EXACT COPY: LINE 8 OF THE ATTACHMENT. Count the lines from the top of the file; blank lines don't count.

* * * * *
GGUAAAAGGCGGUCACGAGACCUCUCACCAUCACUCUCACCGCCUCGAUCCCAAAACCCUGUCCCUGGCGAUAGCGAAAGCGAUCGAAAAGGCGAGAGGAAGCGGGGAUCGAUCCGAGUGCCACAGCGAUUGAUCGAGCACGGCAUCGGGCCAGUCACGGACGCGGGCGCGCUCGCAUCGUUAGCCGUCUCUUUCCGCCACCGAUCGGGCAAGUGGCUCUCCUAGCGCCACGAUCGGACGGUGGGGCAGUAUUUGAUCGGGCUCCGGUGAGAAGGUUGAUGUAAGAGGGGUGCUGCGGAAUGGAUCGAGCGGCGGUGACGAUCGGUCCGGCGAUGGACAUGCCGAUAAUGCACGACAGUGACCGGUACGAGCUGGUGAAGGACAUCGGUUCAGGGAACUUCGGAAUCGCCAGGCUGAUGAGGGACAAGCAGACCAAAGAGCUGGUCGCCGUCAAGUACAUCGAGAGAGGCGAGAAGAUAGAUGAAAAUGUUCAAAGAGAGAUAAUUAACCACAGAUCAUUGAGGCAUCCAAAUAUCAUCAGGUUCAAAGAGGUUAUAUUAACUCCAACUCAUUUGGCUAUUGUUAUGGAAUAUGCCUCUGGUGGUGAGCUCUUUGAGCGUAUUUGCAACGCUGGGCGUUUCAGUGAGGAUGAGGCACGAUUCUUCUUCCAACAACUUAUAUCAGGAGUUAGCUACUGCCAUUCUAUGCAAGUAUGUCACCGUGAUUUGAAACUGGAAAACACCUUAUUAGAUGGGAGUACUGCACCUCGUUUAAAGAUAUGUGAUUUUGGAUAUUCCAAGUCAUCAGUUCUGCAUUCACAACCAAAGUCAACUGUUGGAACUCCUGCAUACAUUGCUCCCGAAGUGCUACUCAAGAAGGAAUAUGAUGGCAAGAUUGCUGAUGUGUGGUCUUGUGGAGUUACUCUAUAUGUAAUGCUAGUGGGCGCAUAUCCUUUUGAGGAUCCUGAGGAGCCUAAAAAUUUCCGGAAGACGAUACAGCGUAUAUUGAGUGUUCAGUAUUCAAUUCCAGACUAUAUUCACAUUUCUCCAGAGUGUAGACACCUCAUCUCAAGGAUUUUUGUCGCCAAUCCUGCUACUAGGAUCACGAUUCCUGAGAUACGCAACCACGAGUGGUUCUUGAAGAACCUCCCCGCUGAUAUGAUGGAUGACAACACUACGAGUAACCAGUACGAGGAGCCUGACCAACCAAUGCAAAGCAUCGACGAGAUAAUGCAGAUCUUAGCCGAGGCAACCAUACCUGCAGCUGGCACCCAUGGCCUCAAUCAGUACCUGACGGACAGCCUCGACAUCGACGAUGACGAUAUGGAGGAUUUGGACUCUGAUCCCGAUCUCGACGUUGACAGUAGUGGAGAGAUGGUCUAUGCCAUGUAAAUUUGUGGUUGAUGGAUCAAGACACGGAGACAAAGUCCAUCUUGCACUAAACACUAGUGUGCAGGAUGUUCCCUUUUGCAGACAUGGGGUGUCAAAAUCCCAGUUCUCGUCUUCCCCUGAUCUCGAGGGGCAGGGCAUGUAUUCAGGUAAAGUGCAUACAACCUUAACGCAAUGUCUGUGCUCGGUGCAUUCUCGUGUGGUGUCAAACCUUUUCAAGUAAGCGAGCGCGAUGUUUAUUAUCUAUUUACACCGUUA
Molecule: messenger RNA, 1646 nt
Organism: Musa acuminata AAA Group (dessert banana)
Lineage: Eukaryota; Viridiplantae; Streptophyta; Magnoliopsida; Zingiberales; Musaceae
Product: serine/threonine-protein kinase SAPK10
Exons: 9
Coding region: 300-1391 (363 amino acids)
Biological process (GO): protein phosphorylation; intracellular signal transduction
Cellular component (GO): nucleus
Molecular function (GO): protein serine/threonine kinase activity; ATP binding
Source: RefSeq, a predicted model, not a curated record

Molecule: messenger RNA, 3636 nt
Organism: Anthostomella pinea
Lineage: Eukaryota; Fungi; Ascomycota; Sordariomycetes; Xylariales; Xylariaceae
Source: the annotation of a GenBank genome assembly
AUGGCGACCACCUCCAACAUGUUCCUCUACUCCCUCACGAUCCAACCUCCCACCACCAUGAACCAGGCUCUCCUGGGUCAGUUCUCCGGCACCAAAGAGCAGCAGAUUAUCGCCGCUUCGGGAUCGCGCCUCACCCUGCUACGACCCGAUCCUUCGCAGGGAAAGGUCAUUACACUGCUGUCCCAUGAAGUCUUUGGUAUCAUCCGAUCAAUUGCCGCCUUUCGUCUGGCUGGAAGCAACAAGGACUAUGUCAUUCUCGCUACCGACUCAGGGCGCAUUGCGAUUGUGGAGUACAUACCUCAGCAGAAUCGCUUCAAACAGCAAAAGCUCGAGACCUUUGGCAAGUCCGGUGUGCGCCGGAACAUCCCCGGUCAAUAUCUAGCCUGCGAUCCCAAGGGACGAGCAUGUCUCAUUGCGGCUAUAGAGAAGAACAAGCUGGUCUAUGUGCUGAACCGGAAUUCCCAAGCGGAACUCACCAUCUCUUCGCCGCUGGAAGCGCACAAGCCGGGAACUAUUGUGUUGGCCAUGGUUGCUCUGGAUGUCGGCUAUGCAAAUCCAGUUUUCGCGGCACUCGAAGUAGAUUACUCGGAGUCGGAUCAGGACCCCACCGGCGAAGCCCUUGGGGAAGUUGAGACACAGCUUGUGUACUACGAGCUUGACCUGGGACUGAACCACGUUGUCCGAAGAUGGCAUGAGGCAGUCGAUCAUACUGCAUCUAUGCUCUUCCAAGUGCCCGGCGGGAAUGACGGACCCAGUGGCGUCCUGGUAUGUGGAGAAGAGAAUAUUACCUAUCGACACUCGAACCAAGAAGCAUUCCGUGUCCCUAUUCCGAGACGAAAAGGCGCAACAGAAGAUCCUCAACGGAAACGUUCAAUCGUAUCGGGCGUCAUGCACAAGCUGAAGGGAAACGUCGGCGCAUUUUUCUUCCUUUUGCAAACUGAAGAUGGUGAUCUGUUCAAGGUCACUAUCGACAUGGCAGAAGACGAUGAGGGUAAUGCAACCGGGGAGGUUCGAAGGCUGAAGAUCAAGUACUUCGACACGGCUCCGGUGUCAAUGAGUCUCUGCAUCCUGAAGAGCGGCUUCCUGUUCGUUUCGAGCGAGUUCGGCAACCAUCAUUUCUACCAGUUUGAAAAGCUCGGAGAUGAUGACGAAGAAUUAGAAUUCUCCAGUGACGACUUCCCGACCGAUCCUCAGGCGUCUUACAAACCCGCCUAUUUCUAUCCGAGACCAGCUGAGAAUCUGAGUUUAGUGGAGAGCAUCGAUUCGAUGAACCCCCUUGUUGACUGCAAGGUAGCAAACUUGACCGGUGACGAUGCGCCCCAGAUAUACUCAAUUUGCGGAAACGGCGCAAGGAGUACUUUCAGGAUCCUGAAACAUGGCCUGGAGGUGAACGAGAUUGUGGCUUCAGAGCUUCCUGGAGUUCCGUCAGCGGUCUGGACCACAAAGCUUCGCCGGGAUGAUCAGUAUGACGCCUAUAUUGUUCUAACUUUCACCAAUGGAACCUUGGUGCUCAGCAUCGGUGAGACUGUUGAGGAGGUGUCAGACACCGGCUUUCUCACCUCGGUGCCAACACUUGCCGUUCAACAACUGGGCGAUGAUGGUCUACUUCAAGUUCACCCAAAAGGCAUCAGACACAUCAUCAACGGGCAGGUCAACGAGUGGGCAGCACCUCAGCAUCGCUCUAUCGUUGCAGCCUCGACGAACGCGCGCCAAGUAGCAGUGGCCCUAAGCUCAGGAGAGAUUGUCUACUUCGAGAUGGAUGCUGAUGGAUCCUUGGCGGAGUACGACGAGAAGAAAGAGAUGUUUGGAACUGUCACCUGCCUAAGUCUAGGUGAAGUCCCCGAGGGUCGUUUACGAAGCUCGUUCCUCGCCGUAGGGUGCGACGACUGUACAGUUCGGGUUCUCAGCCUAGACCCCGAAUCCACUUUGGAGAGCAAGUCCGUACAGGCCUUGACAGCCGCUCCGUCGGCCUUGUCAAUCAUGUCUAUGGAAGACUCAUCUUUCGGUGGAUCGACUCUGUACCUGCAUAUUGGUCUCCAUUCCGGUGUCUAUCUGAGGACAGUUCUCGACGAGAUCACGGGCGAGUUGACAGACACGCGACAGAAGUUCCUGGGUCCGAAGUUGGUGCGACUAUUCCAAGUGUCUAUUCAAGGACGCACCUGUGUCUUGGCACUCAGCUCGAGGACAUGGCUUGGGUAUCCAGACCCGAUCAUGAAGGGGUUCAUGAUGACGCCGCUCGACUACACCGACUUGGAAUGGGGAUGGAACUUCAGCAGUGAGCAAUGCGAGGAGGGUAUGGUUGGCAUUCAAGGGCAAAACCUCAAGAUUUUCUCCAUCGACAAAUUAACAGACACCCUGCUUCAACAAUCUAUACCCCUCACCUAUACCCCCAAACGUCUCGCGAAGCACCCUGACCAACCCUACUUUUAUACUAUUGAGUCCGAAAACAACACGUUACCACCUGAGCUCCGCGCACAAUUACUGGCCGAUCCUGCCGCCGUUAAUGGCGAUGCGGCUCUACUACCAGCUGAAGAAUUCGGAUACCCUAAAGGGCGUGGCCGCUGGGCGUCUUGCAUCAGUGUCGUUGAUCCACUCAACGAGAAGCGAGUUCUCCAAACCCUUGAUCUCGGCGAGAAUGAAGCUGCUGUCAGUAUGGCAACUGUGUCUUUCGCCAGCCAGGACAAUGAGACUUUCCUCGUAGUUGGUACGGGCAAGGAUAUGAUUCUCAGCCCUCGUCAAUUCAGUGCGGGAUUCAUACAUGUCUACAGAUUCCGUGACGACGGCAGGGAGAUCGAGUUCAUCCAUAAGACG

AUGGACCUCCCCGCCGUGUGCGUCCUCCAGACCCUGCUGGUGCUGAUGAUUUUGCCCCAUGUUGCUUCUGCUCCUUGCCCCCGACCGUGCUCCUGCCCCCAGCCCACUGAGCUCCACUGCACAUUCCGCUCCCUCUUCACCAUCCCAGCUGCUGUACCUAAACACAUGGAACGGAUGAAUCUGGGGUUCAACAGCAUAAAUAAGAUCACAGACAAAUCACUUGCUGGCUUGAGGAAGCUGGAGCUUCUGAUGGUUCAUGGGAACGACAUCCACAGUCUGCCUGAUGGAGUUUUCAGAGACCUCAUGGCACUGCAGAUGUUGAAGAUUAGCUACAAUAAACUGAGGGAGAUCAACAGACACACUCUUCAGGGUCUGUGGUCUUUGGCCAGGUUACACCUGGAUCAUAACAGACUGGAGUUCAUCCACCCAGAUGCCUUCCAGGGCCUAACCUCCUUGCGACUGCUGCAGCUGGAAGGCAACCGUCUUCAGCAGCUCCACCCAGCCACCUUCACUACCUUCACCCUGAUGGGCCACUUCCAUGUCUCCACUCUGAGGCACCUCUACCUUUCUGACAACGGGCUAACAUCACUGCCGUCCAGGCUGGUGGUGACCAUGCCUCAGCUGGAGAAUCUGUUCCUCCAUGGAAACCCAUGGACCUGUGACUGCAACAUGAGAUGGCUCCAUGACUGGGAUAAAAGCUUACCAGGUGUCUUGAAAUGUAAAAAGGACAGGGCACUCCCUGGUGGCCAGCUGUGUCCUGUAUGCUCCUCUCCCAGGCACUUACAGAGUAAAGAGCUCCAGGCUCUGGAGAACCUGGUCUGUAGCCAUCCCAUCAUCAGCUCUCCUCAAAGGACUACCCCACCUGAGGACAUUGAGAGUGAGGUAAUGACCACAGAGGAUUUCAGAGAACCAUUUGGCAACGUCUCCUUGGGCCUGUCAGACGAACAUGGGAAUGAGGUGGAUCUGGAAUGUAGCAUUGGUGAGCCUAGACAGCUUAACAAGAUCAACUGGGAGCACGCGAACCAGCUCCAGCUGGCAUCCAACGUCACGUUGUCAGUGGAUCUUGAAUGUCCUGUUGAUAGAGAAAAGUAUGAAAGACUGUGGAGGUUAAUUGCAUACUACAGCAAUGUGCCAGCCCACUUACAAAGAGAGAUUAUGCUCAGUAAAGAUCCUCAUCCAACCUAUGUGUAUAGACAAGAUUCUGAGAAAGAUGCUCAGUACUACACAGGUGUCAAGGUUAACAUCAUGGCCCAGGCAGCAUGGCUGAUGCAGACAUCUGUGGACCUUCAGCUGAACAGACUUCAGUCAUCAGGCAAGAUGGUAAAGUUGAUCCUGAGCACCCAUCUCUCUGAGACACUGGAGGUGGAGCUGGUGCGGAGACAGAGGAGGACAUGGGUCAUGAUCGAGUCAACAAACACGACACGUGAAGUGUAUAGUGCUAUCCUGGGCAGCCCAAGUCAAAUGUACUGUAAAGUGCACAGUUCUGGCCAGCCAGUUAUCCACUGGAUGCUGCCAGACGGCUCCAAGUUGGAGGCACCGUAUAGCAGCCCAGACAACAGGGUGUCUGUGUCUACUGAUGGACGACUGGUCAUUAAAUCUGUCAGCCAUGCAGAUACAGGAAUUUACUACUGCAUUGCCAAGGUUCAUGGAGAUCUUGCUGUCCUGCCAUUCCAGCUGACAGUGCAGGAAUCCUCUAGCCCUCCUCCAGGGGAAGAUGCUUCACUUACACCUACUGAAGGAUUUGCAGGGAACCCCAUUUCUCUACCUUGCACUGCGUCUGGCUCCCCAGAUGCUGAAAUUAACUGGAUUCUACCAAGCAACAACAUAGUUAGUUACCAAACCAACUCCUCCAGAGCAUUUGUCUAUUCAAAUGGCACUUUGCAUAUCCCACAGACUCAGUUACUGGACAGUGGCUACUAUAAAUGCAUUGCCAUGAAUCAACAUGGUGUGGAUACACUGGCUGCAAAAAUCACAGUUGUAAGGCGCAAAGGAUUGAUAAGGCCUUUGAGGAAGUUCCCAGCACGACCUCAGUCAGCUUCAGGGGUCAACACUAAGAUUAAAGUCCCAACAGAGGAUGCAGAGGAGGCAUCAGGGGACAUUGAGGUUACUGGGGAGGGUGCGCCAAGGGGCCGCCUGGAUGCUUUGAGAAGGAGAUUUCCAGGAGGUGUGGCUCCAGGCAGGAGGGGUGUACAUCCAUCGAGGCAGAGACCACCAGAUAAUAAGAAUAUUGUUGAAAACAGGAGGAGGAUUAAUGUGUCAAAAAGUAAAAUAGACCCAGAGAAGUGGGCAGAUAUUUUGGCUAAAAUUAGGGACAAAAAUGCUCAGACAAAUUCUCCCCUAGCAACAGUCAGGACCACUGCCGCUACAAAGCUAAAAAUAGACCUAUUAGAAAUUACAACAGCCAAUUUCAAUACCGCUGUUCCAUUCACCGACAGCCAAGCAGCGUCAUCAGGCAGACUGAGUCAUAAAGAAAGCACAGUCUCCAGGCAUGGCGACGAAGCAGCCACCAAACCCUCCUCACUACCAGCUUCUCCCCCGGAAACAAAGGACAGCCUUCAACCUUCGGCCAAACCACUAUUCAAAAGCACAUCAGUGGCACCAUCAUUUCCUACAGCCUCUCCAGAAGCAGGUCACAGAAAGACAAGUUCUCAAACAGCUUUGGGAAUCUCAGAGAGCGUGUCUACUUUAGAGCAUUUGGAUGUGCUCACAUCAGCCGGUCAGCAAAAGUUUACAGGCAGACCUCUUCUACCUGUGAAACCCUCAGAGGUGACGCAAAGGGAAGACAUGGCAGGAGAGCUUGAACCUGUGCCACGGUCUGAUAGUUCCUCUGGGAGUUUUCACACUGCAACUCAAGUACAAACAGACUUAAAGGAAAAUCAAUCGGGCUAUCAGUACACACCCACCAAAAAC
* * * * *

Biological process (GO): protein phosphorylation; intracellular signal transduction